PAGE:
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 The day Bob was struck by a roadside bomb, his wife and four children were 7,000 miles away, vacationing at Disney World.

"The phone rang, and I was sure that [it was my wake-up call]," she says. "[But] it was David Westin, the president of ABC News. He said, 'Lee, Bob's been wounded. We believe he's taken shrapnel to the brain.'"

At that moment, Lee says her world stopped. "Here I was in this beautiful room, and we were going to go to the Epcot Center that day," she says. "My brain just began shuffling everything. It was one of those truly out-of-body moments."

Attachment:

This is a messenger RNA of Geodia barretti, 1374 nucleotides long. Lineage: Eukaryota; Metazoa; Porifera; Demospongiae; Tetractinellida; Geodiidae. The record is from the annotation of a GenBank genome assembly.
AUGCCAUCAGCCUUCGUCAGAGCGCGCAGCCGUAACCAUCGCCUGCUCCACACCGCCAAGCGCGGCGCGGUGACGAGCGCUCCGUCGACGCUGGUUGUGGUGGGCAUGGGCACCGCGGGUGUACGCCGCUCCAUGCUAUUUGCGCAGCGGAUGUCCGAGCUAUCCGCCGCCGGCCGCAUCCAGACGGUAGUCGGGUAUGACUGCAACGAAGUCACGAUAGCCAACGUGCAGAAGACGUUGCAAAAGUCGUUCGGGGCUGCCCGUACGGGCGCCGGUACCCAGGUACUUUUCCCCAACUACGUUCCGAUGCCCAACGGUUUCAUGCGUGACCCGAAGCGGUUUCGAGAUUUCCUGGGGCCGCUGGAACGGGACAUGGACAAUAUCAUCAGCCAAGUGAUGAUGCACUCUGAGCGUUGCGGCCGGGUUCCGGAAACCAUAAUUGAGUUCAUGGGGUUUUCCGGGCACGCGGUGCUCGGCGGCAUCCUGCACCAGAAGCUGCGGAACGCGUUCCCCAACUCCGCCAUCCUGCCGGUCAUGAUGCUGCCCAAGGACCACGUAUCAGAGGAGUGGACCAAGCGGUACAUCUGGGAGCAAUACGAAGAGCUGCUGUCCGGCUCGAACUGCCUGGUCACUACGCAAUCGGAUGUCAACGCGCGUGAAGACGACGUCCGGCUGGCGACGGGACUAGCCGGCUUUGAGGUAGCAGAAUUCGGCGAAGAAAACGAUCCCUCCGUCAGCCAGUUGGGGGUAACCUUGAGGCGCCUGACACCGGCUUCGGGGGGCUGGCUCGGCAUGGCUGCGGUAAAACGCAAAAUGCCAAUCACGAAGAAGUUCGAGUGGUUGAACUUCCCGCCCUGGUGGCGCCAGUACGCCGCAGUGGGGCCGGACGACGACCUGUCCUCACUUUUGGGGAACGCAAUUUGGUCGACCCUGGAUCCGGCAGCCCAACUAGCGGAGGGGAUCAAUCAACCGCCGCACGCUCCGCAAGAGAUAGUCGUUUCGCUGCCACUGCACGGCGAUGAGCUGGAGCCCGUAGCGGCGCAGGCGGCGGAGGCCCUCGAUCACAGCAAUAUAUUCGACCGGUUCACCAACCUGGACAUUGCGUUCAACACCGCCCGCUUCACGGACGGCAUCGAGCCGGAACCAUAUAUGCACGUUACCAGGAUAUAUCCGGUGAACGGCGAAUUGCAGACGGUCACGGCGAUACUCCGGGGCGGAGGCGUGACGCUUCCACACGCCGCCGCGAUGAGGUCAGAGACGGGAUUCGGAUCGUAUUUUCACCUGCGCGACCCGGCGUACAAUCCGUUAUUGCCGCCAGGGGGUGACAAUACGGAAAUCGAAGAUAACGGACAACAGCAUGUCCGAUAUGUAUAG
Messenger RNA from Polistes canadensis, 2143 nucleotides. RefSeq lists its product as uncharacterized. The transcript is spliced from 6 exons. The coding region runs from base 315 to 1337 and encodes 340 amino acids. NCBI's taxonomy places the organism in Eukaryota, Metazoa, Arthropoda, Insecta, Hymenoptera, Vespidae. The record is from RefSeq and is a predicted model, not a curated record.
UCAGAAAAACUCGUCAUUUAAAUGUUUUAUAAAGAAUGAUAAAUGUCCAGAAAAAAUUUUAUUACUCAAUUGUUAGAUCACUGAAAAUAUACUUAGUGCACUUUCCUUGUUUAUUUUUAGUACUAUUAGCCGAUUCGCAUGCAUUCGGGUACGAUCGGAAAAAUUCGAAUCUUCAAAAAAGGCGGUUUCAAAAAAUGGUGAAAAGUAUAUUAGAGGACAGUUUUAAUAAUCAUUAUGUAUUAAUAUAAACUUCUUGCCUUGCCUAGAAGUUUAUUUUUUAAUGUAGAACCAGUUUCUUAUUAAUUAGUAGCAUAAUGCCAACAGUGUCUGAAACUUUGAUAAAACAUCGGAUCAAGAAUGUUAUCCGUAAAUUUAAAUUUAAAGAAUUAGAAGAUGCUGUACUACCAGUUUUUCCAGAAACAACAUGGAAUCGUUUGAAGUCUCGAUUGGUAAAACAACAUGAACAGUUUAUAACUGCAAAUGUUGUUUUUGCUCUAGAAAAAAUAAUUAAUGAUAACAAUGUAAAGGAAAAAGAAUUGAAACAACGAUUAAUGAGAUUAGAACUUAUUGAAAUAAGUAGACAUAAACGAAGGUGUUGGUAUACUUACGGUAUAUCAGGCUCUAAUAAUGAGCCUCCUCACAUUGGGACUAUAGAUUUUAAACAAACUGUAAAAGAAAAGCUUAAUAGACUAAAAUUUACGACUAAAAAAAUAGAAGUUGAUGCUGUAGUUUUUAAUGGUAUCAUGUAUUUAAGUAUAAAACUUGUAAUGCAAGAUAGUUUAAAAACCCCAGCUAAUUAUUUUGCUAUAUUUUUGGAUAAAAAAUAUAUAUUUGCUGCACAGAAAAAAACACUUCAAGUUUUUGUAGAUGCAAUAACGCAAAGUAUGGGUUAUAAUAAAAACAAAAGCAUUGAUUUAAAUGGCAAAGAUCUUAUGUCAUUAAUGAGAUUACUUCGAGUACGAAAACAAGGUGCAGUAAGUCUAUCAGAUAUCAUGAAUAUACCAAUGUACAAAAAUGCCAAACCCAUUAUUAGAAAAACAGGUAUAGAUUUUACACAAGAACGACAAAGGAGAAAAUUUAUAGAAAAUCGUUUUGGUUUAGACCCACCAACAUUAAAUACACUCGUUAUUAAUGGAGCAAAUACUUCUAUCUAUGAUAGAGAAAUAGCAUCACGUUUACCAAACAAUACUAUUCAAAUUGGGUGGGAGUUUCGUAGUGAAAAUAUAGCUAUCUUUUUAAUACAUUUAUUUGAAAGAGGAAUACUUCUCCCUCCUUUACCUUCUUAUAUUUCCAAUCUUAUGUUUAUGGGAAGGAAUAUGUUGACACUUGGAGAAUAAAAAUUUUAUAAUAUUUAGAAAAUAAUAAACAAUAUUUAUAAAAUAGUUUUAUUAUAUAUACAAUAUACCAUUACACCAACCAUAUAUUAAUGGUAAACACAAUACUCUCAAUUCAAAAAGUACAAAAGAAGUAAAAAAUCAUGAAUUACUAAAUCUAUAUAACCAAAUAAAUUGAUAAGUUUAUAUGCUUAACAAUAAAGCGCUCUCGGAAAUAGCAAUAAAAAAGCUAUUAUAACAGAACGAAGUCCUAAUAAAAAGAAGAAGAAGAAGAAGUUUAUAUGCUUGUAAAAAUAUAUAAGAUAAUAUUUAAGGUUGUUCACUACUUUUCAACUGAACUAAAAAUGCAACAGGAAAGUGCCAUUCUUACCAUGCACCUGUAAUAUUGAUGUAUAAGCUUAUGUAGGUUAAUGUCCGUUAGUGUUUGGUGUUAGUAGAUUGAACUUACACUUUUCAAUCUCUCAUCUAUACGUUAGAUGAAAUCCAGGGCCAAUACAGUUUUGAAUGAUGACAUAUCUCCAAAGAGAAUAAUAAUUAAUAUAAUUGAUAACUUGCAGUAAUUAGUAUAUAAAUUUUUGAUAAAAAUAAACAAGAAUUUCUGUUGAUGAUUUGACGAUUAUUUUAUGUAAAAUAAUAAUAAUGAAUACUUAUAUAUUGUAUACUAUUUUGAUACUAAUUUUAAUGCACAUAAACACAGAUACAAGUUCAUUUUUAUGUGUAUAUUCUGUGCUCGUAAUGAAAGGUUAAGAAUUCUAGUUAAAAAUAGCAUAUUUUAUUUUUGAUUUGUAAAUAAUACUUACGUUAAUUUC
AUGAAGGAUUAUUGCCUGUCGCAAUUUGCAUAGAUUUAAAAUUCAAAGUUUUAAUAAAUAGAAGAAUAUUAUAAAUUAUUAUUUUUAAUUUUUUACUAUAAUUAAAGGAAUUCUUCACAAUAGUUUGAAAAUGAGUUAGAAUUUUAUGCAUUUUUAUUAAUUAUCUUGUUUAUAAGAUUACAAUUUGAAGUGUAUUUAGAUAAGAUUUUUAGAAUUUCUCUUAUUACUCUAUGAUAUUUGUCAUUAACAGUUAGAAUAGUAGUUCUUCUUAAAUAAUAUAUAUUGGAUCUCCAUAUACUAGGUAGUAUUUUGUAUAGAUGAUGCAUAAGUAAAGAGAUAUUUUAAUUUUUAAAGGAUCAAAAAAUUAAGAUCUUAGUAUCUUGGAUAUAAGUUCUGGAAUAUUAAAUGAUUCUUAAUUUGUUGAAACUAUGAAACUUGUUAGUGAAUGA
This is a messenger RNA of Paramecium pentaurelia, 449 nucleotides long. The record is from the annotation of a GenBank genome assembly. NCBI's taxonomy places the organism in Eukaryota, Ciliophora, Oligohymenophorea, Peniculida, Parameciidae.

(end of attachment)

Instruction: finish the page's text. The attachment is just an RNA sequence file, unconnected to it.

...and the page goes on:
Before she could break the news to her children, Lee stepped outside to mentally prepare herself and call Bob's parents. When she went back inside, she found her eldest children, Mack and Cathryn, watching news coverage of their father's grave injuries.

"They looked at me, and Cathryn said, 'Mom, something happened to Daddy.' I thought, 'I'm not ready for this,'" she says. "[Then] I became this character I call 'The General.' ... My first thought was, 'I can't help Bob right now. I have to help these four little people.'"

Lee says she told her children that she believed in her heart that their father would be okay. Then, she says she went into the bathroom, turned on the water and started sobbing.
FROM: Their First Interview Together: Reporter Bob Woodruff and His Wife, Lee
Published on February 27, 2007